Iterated Nodes and variables

I have begun using oplan for a robot planning task and I have a question about the foreach operator. I am unable to get foreach to work with anything but an explicit set. In the task formalism manual it states that since the expansion of the iteration set is done while planning, the set may be read from an external source or instantiated through variables. I would be very interested in doing this. For example i would like to have a team move schema that would move each member of the team. Where the particular team is variable of the schema.
While it's true that the expansion of the iteration set is done while planning, it is not fully general. The values of all variables involved must be known at the time the schema containing the iteration is selected for expansion. So "plan state variables" (PSVs), whose value is determined later on, cannot occur.

This is a subtle and non-obvious property of O-Plan that comes up from time to time. Some things can be done only with so-called "schema variables", but not with PSVs.

When O-Plan selects a schema to use when expanding a node, it's possible to determine the values of some of the schema's variables right then and there. The remaining variables each become a sub-problem of the overall planning problem. O-Plan accumulates constraints about these variables - while working on all the rest of the plan - until it becomes clear what values the variables must have. If more than one possibility remains when the plan is complete - complete except for PSVs that still lack values - O-Plan tries to find a consistent set of values for all such PSVs by picking from among the remaining possible values.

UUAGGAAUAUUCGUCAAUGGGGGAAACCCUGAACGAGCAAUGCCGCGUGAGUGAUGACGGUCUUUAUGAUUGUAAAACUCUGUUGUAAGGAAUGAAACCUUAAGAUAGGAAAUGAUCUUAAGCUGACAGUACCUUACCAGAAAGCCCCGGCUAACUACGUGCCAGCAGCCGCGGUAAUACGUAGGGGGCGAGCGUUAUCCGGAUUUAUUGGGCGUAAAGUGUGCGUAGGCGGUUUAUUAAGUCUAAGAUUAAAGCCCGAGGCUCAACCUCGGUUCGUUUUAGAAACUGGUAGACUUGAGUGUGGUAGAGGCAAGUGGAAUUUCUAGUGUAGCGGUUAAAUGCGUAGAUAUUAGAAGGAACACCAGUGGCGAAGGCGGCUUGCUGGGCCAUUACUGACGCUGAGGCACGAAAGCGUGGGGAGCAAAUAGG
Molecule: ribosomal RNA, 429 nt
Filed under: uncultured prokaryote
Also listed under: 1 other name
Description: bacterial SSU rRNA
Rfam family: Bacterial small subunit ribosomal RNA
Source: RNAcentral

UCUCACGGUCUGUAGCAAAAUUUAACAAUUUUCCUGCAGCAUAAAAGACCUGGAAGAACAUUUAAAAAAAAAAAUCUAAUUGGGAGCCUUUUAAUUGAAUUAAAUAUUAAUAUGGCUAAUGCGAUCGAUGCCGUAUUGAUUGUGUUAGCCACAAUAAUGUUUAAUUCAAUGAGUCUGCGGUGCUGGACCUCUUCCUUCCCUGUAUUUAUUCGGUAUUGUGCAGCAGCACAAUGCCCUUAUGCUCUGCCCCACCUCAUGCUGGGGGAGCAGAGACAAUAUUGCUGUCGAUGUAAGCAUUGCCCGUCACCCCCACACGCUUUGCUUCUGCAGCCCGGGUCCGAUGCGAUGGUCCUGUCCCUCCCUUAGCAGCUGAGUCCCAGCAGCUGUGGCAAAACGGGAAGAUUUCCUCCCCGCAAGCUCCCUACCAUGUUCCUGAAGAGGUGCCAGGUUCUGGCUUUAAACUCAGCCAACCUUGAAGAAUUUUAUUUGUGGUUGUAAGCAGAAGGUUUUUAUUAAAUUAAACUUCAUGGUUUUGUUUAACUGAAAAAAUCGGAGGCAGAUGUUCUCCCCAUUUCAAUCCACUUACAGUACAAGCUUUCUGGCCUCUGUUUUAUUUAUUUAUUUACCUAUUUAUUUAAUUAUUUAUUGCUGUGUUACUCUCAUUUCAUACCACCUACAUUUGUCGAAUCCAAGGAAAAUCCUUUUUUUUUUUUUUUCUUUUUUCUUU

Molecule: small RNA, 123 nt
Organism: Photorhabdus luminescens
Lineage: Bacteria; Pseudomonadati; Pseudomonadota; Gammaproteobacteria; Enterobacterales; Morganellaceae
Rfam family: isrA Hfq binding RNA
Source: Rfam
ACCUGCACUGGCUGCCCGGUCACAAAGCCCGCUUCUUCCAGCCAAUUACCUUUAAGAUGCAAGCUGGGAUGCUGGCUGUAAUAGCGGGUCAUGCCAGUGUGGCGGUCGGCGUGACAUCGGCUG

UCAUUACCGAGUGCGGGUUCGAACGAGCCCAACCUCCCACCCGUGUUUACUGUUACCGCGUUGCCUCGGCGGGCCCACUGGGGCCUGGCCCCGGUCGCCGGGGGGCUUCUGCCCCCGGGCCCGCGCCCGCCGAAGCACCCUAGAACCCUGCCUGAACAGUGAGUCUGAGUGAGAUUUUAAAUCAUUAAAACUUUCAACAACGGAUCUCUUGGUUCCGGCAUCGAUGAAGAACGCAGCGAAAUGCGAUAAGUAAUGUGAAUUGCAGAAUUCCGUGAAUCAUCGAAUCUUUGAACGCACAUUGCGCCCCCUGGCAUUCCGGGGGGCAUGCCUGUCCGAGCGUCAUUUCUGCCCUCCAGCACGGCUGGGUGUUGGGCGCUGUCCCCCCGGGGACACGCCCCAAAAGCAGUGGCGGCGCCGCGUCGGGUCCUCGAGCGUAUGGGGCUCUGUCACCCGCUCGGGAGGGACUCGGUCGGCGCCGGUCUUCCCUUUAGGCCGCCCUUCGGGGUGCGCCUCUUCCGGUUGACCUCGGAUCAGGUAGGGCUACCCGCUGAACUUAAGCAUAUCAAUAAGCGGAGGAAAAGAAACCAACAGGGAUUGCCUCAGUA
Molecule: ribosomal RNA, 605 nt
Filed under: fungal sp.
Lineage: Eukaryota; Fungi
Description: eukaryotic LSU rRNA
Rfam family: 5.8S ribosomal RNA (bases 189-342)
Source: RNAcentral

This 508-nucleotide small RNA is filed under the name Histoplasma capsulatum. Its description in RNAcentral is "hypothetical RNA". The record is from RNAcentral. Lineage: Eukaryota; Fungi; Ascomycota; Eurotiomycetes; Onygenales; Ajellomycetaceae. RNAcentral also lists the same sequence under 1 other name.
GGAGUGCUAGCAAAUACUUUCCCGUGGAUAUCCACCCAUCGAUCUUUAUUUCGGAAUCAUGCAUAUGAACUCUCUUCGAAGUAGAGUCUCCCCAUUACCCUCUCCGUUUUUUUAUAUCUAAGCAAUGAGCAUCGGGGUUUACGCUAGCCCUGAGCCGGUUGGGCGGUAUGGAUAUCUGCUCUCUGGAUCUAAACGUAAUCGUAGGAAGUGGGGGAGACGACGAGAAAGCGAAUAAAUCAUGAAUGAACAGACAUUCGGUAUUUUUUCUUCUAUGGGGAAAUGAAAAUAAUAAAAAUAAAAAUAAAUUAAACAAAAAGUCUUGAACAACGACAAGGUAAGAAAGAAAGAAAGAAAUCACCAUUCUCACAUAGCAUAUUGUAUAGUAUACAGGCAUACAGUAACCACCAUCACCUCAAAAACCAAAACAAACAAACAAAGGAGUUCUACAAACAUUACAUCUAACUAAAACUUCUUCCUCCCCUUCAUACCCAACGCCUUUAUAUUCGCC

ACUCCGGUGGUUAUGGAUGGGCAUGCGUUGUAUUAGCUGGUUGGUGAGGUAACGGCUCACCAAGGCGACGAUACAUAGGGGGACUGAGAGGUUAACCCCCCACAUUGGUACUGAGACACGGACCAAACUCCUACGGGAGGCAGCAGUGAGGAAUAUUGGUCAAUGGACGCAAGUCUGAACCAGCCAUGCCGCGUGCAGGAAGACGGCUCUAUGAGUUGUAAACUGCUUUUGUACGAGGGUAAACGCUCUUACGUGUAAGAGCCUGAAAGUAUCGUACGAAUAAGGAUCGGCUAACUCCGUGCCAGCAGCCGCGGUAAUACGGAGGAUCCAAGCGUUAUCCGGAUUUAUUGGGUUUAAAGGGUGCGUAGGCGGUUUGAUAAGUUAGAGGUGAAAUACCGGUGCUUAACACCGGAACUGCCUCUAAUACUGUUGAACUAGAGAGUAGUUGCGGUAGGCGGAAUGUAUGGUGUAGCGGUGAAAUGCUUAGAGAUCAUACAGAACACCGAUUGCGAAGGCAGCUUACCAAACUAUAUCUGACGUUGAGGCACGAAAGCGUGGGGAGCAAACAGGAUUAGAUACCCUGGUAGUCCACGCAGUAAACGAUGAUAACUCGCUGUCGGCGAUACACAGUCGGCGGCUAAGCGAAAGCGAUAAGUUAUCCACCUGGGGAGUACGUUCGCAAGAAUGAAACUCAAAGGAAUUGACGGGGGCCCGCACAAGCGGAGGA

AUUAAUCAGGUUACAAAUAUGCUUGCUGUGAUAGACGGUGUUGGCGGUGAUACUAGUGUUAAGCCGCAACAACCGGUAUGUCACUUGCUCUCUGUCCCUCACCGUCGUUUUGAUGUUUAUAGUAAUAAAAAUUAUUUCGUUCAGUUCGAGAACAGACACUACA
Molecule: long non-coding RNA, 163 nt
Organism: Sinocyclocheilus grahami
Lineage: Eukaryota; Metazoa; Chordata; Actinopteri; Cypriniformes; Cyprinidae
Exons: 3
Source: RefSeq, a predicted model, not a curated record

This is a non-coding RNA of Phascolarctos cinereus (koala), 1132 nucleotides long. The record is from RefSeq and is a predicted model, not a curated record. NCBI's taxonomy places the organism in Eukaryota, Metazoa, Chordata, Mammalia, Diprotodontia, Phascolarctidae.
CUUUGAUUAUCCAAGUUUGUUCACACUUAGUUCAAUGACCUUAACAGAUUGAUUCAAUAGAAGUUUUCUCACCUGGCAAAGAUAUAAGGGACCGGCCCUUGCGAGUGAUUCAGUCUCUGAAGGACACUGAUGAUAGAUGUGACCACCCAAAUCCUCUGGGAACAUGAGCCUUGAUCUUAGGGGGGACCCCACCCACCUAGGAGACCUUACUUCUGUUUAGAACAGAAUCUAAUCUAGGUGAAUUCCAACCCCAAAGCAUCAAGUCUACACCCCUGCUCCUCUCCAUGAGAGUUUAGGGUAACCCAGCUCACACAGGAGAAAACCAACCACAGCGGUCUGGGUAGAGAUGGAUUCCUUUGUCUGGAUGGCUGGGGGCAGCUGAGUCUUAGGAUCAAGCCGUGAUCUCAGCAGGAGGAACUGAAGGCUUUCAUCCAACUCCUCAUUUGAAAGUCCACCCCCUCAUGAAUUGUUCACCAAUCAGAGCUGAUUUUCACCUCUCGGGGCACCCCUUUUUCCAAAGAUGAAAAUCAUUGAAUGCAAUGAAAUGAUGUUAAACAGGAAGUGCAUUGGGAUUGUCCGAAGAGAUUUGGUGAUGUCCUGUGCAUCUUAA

There are two reasons why the expansion of iteration sets cannot involve PSVs. One is that O-Plan wants to know right then and there what nodes the schema will introduce into the plan. In principle, O-Plan could wait until any PSVs involved are given values, and introduce the iteration nodes then, but that way of doing things has not been implemented and its consequences have not been fully explored.

The second reason is that a PSV must have a single object - from a declared type - as a value. But the iteration needs a variable that has a set as a value instead. That's something that's possible for variables whose values can be determined at "expansion time", but not for PSVs. Again, something more general could be done in principle, but we haven't yet done so, and the consequences have not been fully explored.

So what can you do?

I'll give a couple of examples below. In the first, we assert a team-membership fact that is picked up by an only_use_if condition. (Technically, only_use_for_query might be more correct, but the behaviour of the planner is much less predictable / explainable / understandable in that case.)

A compute condition might be used instead if, say, the team membership were stored in a database somewhere. That's illustrated by the second example which is just a demonstration of recursive expansion. It uses a Lisp procedure called enumerate that returns a list of integers as in the following examples:

  (enumerate 1 3)  returns (1 2 3)

  (enumerate 1 10) returns (1 2 3 4 5 6 7 8 9 10)